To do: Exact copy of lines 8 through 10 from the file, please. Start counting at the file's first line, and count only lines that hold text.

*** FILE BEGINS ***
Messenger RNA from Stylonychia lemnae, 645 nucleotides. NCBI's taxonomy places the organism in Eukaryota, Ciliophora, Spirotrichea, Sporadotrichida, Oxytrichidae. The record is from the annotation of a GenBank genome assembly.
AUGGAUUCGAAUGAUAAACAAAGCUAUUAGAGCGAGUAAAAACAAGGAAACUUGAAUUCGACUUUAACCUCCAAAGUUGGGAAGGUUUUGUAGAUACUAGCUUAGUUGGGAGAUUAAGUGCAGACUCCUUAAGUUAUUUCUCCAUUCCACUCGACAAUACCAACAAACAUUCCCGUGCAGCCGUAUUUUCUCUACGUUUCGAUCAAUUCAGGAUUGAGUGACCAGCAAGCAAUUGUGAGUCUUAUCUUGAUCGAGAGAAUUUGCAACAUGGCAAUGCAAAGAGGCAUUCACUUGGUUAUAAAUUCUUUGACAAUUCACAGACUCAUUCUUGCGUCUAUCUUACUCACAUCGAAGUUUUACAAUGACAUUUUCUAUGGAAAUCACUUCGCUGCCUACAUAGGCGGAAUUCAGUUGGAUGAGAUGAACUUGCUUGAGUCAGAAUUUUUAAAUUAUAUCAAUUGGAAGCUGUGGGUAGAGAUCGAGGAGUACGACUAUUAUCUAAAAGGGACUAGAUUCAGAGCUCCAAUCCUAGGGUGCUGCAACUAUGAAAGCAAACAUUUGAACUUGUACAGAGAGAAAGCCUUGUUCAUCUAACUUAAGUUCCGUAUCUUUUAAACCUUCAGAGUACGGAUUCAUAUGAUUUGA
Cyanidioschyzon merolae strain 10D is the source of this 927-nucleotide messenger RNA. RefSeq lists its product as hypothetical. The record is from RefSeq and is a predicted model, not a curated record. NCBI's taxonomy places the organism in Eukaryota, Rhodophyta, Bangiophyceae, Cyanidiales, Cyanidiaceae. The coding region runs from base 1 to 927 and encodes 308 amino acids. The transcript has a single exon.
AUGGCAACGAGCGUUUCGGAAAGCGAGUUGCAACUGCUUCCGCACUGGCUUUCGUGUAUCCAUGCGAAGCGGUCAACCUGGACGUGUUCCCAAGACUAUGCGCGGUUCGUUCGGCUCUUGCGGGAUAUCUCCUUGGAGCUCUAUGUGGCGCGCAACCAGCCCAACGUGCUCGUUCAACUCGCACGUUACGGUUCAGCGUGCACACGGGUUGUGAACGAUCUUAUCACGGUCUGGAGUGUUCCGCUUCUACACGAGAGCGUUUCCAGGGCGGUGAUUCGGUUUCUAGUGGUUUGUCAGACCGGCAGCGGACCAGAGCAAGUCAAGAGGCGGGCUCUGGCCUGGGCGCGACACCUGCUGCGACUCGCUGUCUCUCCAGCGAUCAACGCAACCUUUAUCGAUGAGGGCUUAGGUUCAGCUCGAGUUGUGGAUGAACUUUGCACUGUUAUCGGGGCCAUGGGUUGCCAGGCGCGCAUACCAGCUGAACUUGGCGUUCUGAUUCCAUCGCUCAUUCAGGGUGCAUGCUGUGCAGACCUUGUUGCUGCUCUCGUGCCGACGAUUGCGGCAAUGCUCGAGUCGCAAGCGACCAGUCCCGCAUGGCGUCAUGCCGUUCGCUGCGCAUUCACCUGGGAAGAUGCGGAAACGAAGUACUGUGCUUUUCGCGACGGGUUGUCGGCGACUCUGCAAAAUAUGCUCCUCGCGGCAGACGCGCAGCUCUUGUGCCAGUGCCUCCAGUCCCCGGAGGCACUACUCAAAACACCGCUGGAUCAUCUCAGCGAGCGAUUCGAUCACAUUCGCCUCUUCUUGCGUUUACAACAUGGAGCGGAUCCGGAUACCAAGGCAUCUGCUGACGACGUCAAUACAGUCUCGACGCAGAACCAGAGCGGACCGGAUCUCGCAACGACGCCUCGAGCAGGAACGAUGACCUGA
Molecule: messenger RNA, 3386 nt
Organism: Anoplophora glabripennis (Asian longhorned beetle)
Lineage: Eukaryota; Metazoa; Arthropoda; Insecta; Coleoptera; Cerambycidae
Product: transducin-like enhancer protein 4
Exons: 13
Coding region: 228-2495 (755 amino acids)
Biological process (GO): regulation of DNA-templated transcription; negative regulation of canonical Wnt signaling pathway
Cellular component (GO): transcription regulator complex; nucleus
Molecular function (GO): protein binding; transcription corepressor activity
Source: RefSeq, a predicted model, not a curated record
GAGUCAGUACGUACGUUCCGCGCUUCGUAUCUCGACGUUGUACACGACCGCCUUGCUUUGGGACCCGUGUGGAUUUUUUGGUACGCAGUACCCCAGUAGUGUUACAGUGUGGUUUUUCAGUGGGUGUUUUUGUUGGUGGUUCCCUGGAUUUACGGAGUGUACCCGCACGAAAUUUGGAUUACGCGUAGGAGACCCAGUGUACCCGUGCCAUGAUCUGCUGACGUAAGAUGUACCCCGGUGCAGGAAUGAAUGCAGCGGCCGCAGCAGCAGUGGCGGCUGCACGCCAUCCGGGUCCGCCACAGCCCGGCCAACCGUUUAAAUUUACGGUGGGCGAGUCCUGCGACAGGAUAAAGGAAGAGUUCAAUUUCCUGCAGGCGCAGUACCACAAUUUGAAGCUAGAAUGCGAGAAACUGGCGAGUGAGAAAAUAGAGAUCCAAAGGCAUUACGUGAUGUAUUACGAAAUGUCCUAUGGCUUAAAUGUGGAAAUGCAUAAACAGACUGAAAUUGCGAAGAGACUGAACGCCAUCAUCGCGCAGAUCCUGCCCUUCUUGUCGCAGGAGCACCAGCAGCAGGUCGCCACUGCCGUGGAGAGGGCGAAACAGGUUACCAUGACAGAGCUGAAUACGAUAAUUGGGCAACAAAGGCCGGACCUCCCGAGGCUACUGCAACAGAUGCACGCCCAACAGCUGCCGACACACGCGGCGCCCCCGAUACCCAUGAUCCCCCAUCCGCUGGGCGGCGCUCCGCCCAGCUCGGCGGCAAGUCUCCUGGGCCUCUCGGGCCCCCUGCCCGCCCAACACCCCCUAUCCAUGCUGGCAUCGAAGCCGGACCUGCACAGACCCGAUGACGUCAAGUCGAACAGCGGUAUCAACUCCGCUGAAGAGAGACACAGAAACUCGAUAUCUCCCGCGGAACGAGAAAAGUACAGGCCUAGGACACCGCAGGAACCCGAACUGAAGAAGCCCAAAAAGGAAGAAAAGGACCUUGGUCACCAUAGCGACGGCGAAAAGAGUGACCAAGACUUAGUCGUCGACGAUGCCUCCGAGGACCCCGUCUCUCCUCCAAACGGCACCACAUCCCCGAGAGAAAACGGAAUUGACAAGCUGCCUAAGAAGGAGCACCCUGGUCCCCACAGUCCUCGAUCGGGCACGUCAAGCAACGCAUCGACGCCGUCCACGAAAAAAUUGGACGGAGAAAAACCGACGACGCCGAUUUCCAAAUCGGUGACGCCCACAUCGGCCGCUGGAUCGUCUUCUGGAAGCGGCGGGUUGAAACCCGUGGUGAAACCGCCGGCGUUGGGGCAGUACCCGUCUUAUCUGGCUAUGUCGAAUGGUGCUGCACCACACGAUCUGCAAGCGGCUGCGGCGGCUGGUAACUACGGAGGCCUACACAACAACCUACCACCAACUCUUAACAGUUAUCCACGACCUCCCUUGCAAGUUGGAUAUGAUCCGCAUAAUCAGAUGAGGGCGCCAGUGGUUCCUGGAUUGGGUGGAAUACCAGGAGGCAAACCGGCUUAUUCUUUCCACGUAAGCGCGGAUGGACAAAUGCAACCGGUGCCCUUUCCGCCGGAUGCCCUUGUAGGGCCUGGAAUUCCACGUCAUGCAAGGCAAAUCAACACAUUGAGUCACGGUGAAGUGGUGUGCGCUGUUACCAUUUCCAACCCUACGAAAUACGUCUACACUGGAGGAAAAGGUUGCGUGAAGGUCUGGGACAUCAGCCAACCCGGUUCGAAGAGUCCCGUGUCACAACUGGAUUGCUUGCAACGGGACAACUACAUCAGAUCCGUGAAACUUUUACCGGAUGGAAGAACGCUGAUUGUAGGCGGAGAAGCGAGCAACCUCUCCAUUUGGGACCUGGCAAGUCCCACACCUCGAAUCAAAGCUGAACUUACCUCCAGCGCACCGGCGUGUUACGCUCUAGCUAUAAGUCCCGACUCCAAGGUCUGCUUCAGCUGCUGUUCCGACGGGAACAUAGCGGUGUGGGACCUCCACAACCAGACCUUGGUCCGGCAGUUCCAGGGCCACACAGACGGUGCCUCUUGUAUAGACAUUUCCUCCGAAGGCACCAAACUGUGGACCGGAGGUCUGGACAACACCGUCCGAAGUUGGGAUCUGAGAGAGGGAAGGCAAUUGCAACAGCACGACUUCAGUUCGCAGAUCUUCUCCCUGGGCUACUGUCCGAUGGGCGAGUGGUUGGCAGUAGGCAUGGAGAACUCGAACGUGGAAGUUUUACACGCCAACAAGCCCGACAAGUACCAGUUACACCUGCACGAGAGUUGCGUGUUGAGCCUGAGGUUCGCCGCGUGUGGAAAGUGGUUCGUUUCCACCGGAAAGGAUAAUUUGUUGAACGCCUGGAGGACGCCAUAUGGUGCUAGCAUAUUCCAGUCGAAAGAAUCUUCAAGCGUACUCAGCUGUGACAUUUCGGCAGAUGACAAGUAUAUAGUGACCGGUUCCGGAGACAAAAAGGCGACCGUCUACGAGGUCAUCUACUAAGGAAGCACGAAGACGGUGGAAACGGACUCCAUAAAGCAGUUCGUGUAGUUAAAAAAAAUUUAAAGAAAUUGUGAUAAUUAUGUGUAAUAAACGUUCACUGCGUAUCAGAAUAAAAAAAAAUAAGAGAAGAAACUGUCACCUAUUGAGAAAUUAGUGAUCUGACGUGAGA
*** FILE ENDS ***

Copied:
Product: transducin-like enhancer protein 4
Exons: 13
Coding region: 228-2495 (755 amino acids)